Wabbooee – This as the greatest spirit of them all. He commands the seasons and the weather. He resides in the North. Water of a blood colour springs up all around him. He presides over the day. It was irreverent to speak about him, a crime punishable by death. It was believed that when he died rocks would fall from the sky destroying the world.

Wallatu – God of Poesy. He comes in dreams and transports the individual to a favoured site, where he was inspired with the gift of poetry. These songs were few in words but varied in musical tone.

The Rev. Lancelot Threlkeld was very impressed with Eliza Dunlop rendering of an Aboriginal song.  (see Threlkeld’s Reminiscences ed Gunson, 58)

Eliza Dunlop (Mulla Villa c1840s) writes of ‘Wallatu':

A lady, Mrs E.H. Dunlop, published some years ago in one of the Sydney papers, a specimen of “Native Poetry,” and states thus:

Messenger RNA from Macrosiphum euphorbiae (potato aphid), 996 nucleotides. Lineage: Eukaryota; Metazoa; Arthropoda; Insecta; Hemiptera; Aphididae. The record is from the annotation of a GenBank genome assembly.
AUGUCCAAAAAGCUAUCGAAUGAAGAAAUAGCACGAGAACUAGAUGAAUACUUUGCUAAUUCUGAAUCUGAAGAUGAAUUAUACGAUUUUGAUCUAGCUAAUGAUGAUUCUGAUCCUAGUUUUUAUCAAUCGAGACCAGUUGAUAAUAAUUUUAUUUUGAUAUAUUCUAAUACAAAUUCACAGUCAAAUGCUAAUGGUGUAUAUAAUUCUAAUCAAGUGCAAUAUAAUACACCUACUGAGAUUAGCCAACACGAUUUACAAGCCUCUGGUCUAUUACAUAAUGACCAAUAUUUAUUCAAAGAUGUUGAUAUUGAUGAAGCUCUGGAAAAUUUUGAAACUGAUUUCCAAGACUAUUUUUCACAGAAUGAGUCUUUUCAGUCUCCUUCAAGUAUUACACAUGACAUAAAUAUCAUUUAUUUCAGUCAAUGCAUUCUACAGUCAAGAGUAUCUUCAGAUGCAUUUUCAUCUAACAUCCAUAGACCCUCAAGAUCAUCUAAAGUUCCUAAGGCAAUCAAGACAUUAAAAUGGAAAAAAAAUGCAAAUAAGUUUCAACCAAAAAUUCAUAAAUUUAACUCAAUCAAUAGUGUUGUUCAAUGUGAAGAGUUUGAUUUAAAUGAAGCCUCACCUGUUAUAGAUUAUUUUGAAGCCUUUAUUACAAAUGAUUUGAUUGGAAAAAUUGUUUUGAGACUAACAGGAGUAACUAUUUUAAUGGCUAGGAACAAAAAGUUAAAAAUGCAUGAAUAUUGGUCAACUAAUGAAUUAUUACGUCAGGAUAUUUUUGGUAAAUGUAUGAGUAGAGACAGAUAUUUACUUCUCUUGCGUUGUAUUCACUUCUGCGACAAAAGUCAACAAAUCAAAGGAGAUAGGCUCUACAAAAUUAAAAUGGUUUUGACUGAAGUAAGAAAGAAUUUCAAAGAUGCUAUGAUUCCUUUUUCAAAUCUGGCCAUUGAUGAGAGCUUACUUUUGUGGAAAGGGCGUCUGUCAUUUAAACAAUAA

There is a god of Poesy, Wallati, who composes music, and who, without temple, shrine, or statue, is as universally acknowledged as if his oracles were breathed by Belus or Osiris: he comes in dreams, and transports the favoured individual wrapped in visioned slumber to some bright warm hill, where he is inspired with the rare and supernatural gift.” ( with corrected text of note 75) This very individual, Wúllati, or as white folks used to call him, Wollaje, always confounding the sound of t with a j, lived near our establishment, he was esteemed highly by the tribes, and in an increasing ratio as they were nigh or more distant from this individual. No doubt he formed the delightful subject of their evening Soirees, and also of their midnight dreams. He favoured me several times with his company, and perhaps thought it an honor when he made proposals to me for a matrimonial alliance with one of the members of my family, much to the amusement of us all. He was very old, thin, small headed, bald man, of a most cheerful disposition, with a smile always on his countenance except in the presence of strangers; and whenever he came to our tribe, his company was much enjoyed, an evening feast was provided, and the chicest tit-bits were set before the toothless guest. Oft were his gibes wont to set their table, on the green grass, in a roar of laughter, and their festive board, generally the bark of a tree, was enlivened before it ended in the midnight hour with his song and dance, assisted with his own voice and musical accompaniment of two sticks, beating time to the divine inspiration of the sacred muse. (see note 76: ) The following song, composed by Wúllati, translated and published, some years ago by Mrs E.H. Dunlop, is an excellent specimen of the Poetry of the Aborigines, and ought not to be lost though the Poet and his tribe is now no more.